United States District Court, D. North Dakota
The Cincinnati Insurance Company, an Ohio Corporation, Plaintiff,
B & B Paving, Inc. d/b/a B & B Dirtworks, Michael Baumgartner, Nancy Baumgartner, Defendants.
ORDER DENYING REQUEST FOR CERTIFICATION OF
Charles S. Miller, Jr., Magistrate Judge.
the court is The Cincinnati Insurance Company
(“Cincinnati”)'s Motion to Certify Questions
of Law to the North Dakota Supreme Court, wherein Cincinnati
requests the court certify four questions to the North Dakota
Supreme Court. (Doc. No. 43). B & B Paving, Inc., Michael
Baumgartner, and Nancy Baumgartner (“the
Defendants”) oppose the motion. (Doc. No. 46).
court has previously set forth the entire factual background
of this dispute. (Doc. Nos. 27, 42); see also Cincinnati
Ins. Co. v. B & B Paving, Inc., No. 1-16-cv-340,
2017 WL 4246865 (D.N.D. September 25, 2017)
(“Cincinnati I”); Cincinnati Ins.
Co. v. B & B Paving, Inc. No. 1-16-cv-340, 2018 WL
504400 (D.N.D. January 22, 2018) (“Cincinnati
speaking, Cincinnati and the Defendants executed two surety
bonds for various construction services to be provided by the
Defendants. As is relevant to this case, those bonds are
identical. Cincinnati and the Defendants also executed
corresponding indemnity agreements, under which the
Defendants agreed to indemnify Cincinnati “and hold it
harmless from and against any and all liability, losses,
costs, damages, attorneys' fees, disbursements and
expenses of whatever kind or nature which the Surety may
sustain or incur by reason or in consequence of having
executed or procured the execution of the” Surety
Bonds. (Doc. Nos. 1-1, 1-2). The Defendants executed these
indemnity agreements jointly and severally. Cincinnati
ultimately received and paid out claims under the bonds
totaling $82, 064.95. (Doc. No. 33-1). Cincinnati also
incurred $13, 985.70 in costs, expenses, and attorneys fees
in discharging its obligations under the surety bonds and in
prosecuting this breach of contract case under the indemnity
agreements. In sum, Cincinnati sought judgment for
$96.050.65, which was inclusive of the paid bond claims,
attorneys' fees, and costs and expenses.
Cincinnati I, the court granted Cincinnati's
motion for summary judgment insofar as the Defendants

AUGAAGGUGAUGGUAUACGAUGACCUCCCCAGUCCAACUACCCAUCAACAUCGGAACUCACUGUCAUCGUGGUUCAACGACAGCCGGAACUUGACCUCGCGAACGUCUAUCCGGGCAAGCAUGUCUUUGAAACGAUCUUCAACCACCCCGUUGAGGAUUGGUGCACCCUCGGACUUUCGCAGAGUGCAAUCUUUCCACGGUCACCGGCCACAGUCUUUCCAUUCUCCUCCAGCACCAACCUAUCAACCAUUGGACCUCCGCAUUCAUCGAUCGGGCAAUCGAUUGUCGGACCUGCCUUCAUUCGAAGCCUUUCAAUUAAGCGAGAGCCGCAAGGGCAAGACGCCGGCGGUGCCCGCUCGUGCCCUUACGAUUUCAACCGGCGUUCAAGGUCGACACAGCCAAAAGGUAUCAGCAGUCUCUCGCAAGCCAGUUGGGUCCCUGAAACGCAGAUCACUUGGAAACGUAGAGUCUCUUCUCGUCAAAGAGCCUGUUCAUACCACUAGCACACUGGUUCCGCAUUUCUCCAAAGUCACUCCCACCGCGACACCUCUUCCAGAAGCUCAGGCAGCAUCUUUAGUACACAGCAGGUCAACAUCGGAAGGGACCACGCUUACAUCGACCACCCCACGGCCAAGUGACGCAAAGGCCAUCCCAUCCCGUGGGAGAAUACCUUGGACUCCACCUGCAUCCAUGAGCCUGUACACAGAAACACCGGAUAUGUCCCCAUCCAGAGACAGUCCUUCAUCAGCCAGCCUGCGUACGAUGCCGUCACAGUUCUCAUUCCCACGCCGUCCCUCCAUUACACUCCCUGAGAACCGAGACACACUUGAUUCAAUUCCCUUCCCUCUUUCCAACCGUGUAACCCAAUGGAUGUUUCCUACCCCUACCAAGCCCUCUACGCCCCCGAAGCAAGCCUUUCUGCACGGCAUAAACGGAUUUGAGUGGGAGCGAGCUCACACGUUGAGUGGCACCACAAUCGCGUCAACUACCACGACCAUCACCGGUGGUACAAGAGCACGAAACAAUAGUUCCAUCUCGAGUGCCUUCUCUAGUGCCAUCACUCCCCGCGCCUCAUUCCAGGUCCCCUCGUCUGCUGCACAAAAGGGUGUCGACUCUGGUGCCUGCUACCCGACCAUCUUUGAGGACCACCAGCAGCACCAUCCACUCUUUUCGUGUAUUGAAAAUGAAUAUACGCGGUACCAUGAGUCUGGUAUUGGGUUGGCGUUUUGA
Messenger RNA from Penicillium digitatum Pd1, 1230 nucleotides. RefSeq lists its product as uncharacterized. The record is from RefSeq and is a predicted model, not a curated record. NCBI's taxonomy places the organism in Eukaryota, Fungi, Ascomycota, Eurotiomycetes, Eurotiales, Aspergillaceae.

breached the indemnity agreements for not indemnifying
Cincinnati. The court further concluded Cincinnati was
entitled to judgment in the amount of $82, 064.95, which
represented the amounts paid out under the bonds. The court,
however, denied Cincinnati's motion as to the remaining
$13, 985.70 without prejudice because Cincinnati had not
itemized the requested expenses to the court's
satisfaction and the court had doubts about whether North
Dakota law allowed for the collection of that amount. The
court directed Cincinnati to provide supplemental briefing
and affidavits as to the itemization issue and the
court's collectability concerns.
Cincinnati II, the court considered the supplemental
briefing and affidavits submitted by Cincinnati. (Doc. Nos.
38, 41). The supplemental itemized statement of loss
indicated Cincinnati sought three categories of damages: (1)
amounts paid out under the surety bonds; (2) investigation
expenses; and (3) attorneys' fees. As concluded in
Cincinnati I, the court concluded Cincinnati was
entitled to $82, 064.95 under category (1). The court further
concluded Cincinnati was entitled to $27.00 under category
(2). The court, however, concluded Cincinnati was not
entitled to attorney's fees under category (3) because
N.D.C.C. § 28-26-04, as applied by the North Dakota
Supreme Court in Hartford Acc. & Indem. Co. v.
Anderson, 155 N.W.2d 728 (N.D. 1968), invalidated the
attorney's fees provisions Cincinnati sought to enforce.
Accordingly, the court concluded Cincinnati was entitled to
$82, 091.95 and directed Cincinnati to provide a calculation
of potentially applicable prejudgment interest under N.D.C.C.
§ 32-03-04 and N.D.C.C. § 47-14-05 for purposes of
entering final judgment. Instead of doing so, Cincinnati
filed the instant motion.
requests the court certify the following four questions to
the North Dakota Supreme Court under N.D. R. App. P. 47(a):
1. Is an indemnity agreement “evidence of a debt”
for purposes of N.D.C.C. § 28-26-04?
2. Does an indemnity agreement meet the definition of a bond
or note for purposes of N.D.C.C. § 28-26-04?
3. Does N.D.C.C. § 28-26-04 invalidate or void an
attorneys' fee provision in an indemnity agreement
executed in favor of a surety as consideration for the
surety's insurance of a surety bond?
4. Does N.D.C.C. § 28-26-04 permit a surety to recover
attorneys' fees and costs in an action based on
contractual indemnity, for losses incurred by a surety in
discharging its obligations under a bond and in enforcing the
terms of the indemnity agreement, where the indemnity
agreement provides for attorneys' fees and legal costs?
No. 43). Cincinnati argues certification is warranted because
of a “grave conflict in the precedent created by the
Supreme Court of North Dakota in whether attorneys' fees
provisions in indemnity agreements are subject to the
State's invalidation statute, N.D.C.C. §
28-26-04.” (Doc. No. 44 p. 2). The Defendants argue
certification is unwarranted because Hartford
plainly holds attorney's fees provisions contained in